Understanding the principles that govern the mating behavior of insects that are the target of areawide integrated pest management (AW-IPM) programs by using the sterile insect technique (SIT) is a prerequisite to ensure optimal efficiency of such programs. Models were constructed to assess the effect of mating preference of insects, which display a female- or male-choice mating system, on the efficiency of SIT programs that release males only or programs that release both sexes. The model on preferential mating indicated that in a male choice mating system [e.g., screwworm, Cochliomyia hominivorax (Coquerel)], overcoming the discrimination of wild males against mating with sterile females would require a doubling of the number of sterile males compared with male-only releases. The model on female choice was incapable of distinguishing between reduced sterile male competitiveness and female preference for wild males and implied, in addition, that the release of both sexes and male-only releases required the same sterile to wild male overflooding ratio. Operational SIT projects have, however, shown a significant benefit with male-only releases against insects which have a female-choice mating system [e.g., Mediterranean fruit fly, Ceratitis capitata (Wiedemann)], and models were constructed to assess the potential effect of sterile female presence or absence on some parameters, i.e., reduced sterile sperm quantity with remating, reduced sterile sperm quality with aging and incomplete redistribution of the sterile males with the wild insects. The model suggests that in all three cases, male-only releases result in relatively more efficient sterile insects compared with programs releasing both sexes. The results of the models are discussed in relation to data available from operational screwworm and Mediterranean fruit fly AW-IPM programs with an SIT component.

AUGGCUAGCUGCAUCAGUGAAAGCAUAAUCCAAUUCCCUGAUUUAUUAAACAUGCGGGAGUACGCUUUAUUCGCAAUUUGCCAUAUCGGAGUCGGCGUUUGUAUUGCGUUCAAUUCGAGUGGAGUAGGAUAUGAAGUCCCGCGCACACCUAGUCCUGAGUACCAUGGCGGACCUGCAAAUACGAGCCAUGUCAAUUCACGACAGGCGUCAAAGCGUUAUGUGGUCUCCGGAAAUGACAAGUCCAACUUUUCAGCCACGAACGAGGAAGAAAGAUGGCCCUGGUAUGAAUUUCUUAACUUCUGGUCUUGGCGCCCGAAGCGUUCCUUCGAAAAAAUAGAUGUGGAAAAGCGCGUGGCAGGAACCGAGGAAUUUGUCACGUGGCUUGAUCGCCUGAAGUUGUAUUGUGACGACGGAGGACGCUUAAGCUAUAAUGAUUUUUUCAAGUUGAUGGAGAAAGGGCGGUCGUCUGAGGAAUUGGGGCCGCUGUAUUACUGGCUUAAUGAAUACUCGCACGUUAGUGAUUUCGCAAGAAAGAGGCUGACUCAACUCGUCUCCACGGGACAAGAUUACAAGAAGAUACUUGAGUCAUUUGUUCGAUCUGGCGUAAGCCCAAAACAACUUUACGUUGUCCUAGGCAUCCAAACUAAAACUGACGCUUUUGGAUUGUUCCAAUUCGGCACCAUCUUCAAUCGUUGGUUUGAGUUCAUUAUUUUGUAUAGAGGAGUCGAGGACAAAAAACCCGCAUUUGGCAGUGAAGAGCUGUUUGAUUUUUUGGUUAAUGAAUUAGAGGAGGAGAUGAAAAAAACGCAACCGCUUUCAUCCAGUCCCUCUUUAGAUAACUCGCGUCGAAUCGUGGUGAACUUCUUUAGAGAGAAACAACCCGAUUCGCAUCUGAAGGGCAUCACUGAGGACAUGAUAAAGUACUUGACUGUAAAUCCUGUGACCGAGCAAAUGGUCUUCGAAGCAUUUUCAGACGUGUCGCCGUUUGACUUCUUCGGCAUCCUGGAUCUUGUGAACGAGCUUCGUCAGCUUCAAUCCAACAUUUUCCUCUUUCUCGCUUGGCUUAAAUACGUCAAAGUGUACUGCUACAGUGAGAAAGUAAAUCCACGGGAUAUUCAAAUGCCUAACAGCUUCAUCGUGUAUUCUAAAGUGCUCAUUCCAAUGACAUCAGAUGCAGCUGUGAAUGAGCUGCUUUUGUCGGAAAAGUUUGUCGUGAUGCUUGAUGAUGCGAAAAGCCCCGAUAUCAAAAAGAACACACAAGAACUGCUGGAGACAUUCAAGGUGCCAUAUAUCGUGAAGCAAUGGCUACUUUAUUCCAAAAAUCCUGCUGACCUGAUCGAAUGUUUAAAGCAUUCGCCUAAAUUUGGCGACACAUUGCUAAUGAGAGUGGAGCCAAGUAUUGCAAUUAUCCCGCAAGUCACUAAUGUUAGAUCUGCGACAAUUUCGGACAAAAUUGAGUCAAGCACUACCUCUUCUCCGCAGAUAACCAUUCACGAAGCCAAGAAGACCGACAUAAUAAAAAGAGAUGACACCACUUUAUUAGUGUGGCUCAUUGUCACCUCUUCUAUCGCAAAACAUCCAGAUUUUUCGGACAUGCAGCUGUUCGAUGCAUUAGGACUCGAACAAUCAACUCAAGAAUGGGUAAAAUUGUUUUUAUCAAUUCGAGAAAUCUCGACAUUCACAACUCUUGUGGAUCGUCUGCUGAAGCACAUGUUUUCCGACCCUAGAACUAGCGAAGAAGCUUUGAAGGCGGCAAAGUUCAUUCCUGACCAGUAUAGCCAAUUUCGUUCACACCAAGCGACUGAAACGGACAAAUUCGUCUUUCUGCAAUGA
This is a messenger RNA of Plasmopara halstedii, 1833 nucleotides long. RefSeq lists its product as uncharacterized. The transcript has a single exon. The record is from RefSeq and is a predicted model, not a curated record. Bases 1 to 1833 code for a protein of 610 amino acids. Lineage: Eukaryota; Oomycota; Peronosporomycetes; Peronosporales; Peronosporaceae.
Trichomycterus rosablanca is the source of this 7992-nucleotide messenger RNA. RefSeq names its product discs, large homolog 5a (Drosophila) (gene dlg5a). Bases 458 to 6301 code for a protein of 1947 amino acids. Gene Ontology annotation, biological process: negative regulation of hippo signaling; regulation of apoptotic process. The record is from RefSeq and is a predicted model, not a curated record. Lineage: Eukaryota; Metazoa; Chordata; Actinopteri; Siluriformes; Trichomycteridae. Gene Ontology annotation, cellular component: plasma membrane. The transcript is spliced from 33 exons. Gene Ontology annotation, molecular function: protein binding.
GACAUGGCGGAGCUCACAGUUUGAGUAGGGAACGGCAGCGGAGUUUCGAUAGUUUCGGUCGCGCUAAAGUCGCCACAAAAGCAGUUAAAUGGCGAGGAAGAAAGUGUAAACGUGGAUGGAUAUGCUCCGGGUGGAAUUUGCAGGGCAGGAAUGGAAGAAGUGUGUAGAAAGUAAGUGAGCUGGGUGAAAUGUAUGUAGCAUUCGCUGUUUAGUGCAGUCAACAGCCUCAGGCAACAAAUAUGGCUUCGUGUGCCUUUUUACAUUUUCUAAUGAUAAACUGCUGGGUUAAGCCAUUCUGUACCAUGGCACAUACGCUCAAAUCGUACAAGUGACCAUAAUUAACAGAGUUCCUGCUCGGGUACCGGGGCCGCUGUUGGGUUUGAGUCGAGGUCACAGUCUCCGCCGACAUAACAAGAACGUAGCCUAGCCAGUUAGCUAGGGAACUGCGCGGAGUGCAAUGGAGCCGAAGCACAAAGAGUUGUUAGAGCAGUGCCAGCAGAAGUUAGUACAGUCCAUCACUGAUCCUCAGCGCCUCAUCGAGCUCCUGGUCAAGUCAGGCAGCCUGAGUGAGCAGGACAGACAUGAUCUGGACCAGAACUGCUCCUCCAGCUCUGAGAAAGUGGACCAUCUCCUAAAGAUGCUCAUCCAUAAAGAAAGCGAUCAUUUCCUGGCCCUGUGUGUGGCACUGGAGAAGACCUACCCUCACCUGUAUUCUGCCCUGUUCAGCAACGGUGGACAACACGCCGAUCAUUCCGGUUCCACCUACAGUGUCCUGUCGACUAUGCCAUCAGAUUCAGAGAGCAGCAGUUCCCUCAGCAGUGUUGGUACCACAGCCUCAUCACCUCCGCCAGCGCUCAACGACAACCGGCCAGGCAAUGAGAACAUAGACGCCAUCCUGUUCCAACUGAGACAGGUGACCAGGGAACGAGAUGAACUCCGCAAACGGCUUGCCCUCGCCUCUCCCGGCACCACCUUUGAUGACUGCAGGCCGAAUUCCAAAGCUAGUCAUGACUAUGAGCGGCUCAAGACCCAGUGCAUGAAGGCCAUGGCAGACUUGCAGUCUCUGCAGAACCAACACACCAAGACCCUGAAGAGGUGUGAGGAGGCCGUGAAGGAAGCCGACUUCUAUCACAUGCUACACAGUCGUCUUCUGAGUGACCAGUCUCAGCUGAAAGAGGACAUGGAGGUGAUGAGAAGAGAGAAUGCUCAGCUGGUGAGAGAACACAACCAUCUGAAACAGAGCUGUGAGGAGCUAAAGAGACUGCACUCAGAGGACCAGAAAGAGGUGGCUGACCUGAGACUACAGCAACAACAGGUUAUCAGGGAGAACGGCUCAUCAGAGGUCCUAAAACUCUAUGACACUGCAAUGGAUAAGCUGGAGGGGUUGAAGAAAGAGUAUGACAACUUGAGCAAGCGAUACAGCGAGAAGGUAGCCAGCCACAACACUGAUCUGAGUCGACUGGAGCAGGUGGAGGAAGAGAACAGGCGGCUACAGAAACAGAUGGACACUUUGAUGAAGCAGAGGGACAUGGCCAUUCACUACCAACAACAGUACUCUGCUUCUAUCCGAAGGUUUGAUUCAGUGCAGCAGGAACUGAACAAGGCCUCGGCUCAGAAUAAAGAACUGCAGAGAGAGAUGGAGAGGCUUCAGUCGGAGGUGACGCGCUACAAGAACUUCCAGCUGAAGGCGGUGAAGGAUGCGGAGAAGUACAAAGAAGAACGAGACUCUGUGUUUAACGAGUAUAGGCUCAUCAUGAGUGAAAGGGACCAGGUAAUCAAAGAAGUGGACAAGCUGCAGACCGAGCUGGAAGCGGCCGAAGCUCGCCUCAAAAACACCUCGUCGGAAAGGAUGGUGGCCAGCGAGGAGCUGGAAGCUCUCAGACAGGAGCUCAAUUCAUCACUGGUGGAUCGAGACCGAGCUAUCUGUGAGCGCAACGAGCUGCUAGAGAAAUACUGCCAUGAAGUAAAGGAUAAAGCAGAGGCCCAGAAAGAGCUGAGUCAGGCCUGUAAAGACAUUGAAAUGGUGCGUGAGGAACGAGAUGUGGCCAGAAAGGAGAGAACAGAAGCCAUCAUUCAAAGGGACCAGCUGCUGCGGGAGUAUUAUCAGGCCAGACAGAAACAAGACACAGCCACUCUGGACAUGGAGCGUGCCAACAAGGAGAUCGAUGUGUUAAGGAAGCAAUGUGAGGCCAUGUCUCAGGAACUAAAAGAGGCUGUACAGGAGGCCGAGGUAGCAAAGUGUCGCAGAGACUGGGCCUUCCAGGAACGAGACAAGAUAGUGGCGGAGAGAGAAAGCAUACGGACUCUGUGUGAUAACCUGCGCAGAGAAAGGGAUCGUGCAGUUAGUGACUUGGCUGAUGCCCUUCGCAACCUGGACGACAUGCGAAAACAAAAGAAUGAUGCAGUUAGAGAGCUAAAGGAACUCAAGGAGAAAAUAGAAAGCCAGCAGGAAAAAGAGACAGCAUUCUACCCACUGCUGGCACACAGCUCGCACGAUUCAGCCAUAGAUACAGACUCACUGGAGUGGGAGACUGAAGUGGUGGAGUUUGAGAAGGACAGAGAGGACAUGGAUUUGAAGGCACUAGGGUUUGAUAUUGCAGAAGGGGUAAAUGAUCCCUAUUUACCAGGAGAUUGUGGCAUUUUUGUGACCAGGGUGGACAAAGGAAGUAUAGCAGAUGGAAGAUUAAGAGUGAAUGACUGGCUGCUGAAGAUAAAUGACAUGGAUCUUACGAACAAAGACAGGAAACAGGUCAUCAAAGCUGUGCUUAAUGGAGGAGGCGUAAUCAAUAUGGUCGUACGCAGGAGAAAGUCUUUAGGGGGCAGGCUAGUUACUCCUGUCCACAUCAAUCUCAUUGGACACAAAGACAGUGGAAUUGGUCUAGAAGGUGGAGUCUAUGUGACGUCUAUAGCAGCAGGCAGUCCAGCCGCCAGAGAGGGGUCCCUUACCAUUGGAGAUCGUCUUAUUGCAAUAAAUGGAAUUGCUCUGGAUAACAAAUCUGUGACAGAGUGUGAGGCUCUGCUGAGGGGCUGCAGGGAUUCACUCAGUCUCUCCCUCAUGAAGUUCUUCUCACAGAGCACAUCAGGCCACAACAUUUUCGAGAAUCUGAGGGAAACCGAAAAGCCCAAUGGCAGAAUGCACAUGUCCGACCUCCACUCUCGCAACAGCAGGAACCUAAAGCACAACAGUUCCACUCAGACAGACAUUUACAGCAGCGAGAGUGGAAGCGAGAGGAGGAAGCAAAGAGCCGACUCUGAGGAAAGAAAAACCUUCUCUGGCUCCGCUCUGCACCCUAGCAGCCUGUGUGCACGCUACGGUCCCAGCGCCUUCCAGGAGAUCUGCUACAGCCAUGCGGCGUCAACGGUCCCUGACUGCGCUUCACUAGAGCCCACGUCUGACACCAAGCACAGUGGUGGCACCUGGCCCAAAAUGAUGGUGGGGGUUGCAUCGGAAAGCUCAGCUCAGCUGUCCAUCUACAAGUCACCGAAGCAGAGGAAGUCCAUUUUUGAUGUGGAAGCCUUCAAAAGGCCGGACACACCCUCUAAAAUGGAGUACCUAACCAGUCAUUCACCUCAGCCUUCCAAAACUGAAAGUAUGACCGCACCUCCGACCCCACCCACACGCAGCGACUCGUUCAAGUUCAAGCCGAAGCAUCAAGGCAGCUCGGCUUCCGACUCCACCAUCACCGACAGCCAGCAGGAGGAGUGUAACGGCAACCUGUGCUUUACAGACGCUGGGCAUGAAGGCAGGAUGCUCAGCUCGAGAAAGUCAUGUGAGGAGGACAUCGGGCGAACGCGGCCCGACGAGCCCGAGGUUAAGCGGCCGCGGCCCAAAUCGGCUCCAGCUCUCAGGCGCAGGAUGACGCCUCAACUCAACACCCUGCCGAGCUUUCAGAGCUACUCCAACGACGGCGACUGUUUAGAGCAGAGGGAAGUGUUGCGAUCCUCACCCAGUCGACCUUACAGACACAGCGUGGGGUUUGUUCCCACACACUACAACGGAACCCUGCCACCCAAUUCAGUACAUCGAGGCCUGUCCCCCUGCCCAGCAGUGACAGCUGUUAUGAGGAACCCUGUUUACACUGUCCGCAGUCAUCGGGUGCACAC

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Vol. 99 • No. 3